5. A connector according to claim 4 wherein each of said first and second openings is defined by respective first and second hollow tubes within said plug.
6. A connector according to claim 5 wherein said all of said fibers extend along respective axes parallel to said line and co-planar with one another, and said hollow tubes extend along respective axes parallel to one another and co-planar with said fiber axes.
7. A connector according to claim 6 wherein said tubes and said fibers have circular cross-sections with the outer diameter of said tubes being greater than the outer diameter of said fibers.
8. A connector according to claim 1 wherein said fiber comprises a glass core surrounded by a protective coating, a front portion of said fiber extending inwardly of said plug from said external surface comprising the fiber core stripped of said protective coating, and the remainder of said fiber within said plug including said protective coating.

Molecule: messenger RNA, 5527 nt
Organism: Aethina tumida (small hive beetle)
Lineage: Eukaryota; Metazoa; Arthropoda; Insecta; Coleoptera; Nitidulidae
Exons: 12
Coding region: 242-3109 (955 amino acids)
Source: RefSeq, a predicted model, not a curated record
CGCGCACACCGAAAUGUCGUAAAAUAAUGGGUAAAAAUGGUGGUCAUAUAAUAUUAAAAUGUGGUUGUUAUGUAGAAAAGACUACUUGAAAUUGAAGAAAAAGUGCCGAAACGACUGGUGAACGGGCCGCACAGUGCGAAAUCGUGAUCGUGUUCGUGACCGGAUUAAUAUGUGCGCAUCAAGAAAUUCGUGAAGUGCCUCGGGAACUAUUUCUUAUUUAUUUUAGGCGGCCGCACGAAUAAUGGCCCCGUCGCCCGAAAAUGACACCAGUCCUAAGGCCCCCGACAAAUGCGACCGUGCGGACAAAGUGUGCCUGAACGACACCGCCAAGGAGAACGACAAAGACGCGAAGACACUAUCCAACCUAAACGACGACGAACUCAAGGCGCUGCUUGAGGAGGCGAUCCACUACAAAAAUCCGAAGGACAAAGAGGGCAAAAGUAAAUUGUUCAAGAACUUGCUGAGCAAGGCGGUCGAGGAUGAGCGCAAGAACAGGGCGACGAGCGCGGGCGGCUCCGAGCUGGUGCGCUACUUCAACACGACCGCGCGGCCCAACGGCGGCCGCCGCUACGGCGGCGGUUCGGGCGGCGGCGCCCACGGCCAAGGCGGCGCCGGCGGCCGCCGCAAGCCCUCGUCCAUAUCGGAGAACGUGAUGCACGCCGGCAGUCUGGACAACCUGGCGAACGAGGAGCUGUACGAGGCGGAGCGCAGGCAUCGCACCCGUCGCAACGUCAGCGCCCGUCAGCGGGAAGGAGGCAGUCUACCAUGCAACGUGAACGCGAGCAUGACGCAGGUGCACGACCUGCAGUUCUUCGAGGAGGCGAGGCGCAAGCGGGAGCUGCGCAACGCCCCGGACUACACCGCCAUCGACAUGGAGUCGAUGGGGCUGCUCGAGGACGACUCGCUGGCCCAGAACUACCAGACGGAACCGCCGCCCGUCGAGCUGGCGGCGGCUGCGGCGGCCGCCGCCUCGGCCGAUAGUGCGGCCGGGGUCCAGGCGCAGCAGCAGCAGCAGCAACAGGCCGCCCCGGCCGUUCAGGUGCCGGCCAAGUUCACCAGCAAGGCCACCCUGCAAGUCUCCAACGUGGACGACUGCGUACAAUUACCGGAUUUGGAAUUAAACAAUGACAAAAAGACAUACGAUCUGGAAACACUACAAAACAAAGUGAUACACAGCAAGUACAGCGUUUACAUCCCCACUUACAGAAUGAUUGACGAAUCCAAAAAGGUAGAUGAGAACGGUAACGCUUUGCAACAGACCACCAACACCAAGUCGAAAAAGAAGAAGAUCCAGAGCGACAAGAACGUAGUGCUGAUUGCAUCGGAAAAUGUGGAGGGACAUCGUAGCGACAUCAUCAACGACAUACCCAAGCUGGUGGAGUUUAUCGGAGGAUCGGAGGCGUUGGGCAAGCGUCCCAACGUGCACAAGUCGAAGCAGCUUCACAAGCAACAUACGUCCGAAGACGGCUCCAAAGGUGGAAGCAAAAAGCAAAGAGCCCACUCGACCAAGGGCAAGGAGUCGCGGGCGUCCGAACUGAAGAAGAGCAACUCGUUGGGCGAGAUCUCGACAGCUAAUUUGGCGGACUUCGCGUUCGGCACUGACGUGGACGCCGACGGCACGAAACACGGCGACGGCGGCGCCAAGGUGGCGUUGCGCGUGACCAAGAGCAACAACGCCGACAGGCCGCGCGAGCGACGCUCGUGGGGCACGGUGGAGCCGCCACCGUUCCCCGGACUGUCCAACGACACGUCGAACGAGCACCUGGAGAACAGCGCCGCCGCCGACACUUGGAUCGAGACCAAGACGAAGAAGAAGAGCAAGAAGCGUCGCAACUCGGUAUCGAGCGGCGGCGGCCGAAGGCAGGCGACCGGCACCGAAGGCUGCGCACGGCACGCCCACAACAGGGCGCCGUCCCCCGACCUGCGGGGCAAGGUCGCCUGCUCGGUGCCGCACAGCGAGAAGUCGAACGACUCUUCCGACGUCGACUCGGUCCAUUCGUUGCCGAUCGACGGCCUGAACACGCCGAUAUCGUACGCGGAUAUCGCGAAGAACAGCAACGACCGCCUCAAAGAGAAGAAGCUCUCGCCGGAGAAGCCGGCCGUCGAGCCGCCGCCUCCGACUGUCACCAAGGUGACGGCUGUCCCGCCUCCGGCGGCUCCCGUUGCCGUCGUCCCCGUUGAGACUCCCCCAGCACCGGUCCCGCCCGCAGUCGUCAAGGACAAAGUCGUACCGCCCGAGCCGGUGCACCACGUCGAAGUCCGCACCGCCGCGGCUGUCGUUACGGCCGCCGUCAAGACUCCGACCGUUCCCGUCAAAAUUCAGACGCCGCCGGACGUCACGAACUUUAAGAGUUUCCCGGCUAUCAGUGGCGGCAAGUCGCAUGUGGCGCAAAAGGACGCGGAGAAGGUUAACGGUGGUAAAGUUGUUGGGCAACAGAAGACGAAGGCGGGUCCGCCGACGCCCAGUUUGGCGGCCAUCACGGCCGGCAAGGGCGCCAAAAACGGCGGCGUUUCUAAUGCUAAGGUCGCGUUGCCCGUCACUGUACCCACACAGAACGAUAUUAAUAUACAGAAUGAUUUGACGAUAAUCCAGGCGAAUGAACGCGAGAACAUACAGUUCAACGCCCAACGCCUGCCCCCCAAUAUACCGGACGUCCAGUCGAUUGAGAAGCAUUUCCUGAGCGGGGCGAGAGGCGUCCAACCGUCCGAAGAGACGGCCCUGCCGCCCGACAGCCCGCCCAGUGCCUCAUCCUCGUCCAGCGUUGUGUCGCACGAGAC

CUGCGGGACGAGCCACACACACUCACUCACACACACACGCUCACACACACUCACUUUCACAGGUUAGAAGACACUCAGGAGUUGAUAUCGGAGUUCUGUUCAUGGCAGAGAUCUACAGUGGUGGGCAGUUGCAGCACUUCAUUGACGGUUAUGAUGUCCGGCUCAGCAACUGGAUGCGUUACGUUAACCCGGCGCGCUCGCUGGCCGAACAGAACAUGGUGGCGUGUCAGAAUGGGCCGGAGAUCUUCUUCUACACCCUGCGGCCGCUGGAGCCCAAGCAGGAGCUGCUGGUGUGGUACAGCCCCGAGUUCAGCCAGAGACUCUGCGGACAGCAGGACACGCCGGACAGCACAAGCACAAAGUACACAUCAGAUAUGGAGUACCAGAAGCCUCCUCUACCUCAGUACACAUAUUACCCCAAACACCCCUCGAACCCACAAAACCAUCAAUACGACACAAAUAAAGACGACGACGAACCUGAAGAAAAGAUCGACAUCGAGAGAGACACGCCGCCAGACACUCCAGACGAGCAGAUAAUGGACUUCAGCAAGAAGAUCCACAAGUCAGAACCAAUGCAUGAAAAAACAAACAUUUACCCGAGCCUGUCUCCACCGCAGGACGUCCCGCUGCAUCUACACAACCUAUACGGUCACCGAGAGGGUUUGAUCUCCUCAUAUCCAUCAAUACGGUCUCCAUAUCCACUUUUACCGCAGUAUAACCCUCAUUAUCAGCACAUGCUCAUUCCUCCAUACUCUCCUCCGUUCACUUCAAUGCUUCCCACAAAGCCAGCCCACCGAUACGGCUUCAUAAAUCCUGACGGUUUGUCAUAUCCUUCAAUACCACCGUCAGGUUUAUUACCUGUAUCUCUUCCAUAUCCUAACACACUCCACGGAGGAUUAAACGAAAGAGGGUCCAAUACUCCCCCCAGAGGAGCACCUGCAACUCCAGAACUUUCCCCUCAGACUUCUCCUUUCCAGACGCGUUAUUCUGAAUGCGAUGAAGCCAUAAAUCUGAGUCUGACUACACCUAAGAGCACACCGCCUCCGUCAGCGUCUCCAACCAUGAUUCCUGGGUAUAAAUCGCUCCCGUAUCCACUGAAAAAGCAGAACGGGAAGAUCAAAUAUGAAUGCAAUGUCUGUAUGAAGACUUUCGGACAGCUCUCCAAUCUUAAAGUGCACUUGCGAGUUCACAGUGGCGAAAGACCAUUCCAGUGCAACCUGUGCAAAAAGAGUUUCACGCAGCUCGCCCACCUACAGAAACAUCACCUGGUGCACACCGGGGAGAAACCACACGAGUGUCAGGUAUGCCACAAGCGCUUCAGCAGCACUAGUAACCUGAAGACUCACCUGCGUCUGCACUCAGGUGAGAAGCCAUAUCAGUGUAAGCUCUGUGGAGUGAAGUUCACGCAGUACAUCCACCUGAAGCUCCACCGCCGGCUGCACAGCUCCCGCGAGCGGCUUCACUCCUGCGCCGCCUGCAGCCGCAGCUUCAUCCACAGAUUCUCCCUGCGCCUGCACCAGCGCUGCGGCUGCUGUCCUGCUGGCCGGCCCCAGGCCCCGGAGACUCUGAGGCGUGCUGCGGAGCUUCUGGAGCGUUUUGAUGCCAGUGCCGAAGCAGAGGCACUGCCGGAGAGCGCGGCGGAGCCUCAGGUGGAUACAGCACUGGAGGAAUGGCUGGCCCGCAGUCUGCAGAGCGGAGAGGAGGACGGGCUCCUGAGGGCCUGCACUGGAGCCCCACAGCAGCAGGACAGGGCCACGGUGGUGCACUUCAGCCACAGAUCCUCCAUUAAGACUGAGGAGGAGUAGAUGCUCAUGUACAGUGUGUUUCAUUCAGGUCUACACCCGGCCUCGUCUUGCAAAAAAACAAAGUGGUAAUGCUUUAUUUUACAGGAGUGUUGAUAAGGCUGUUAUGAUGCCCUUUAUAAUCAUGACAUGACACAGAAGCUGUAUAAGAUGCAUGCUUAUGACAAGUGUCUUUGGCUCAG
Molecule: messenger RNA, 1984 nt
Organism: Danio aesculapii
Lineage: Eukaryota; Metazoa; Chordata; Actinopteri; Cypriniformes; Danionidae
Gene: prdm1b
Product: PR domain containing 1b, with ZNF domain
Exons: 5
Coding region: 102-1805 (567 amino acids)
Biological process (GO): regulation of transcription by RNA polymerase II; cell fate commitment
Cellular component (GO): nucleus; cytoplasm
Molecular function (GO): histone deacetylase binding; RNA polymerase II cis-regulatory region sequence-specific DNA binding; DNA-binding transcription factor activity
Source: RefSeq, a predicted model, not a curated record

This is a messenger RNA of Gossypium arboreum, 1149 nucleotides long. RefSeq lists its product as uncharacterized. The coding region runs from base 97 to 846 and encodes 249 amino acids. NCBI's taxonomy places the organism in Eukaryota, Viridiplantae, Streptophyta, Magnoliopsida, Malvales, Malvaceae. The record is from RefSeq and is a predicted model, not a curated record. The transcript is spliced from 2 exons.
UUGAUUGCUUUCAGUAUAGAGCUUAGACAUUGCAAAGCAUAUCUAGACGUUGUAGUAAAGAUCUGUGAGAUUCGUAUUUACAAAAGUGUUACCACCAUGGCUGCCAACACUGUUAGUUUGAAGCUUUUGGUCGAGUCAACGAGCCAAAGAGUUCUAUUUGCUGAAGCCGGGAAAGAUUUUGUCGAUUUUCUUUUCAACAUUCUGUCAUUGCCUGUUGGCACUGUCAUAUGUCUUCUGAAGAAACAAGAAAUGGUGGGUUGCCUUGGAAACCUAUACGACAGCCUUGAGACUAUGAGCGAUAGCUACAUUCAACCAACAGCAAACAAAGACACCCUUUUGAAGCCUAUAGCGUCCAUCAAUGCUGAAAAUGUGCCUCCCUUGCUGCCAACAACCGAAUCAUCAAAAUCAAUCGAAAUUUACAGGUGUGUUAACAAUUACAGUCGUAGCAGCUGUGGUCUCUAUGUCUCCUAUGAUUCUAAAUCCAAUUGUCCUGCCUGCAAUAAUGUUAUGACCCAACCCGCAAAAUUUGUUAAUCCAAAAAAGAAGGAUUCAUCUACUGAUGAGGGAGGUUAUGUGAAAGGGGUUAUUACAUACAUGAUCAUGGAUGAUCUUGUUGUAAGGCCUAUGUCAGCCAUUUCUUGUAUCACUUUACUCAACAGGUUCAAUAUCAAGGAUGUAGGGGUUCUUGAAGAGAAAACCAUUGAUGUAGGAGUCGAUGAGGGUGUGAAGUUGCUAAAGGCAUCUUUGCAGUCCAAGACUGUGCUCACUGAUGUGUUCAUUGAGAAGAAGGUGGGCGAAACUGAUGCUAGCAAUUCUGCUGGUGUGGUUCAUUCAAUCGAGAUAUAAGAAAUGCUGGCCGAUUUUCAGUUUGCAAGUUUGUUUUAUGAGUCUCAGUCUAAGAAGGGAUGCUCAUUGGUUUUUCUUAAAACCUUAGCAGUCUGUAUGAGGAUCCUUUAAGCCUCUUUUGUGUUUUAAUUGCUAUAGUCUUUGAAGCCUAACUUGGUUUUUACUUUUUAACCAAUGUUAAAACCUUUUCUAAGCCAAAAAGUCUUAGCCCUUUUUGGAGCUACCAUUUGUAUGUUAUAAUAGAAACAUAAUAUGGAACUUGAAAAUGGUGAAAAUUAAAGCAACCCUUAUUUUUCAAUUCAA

9. A connector according to claim 8 wherein said fiber has an end face exposed at said external surface, said face comprising said stripped glass core.
10. A connector according to claim 1 including an elongated guide pin within said opening and extending outwardly therefrom away from said plug external surface, said pin having a cross-sectional shape corresponding to that of said opening.
11. A connector according to claim 1 wherein said fiber end face is co-planar with said external surface.
12. A connector according to claim 3 wherein said hollow tube comprises a material selected from the group consisting of steel, glass and ceramic.
13. A connector according to claim 1 including an array of optical fibers enclosed within said plug and extending along parallel lines intersecting said plug external surface, and an elongated second opening extending inwardly from said plug external surface parallel to said first opening, said openings being disposed along oppositely disposed sides of said plug.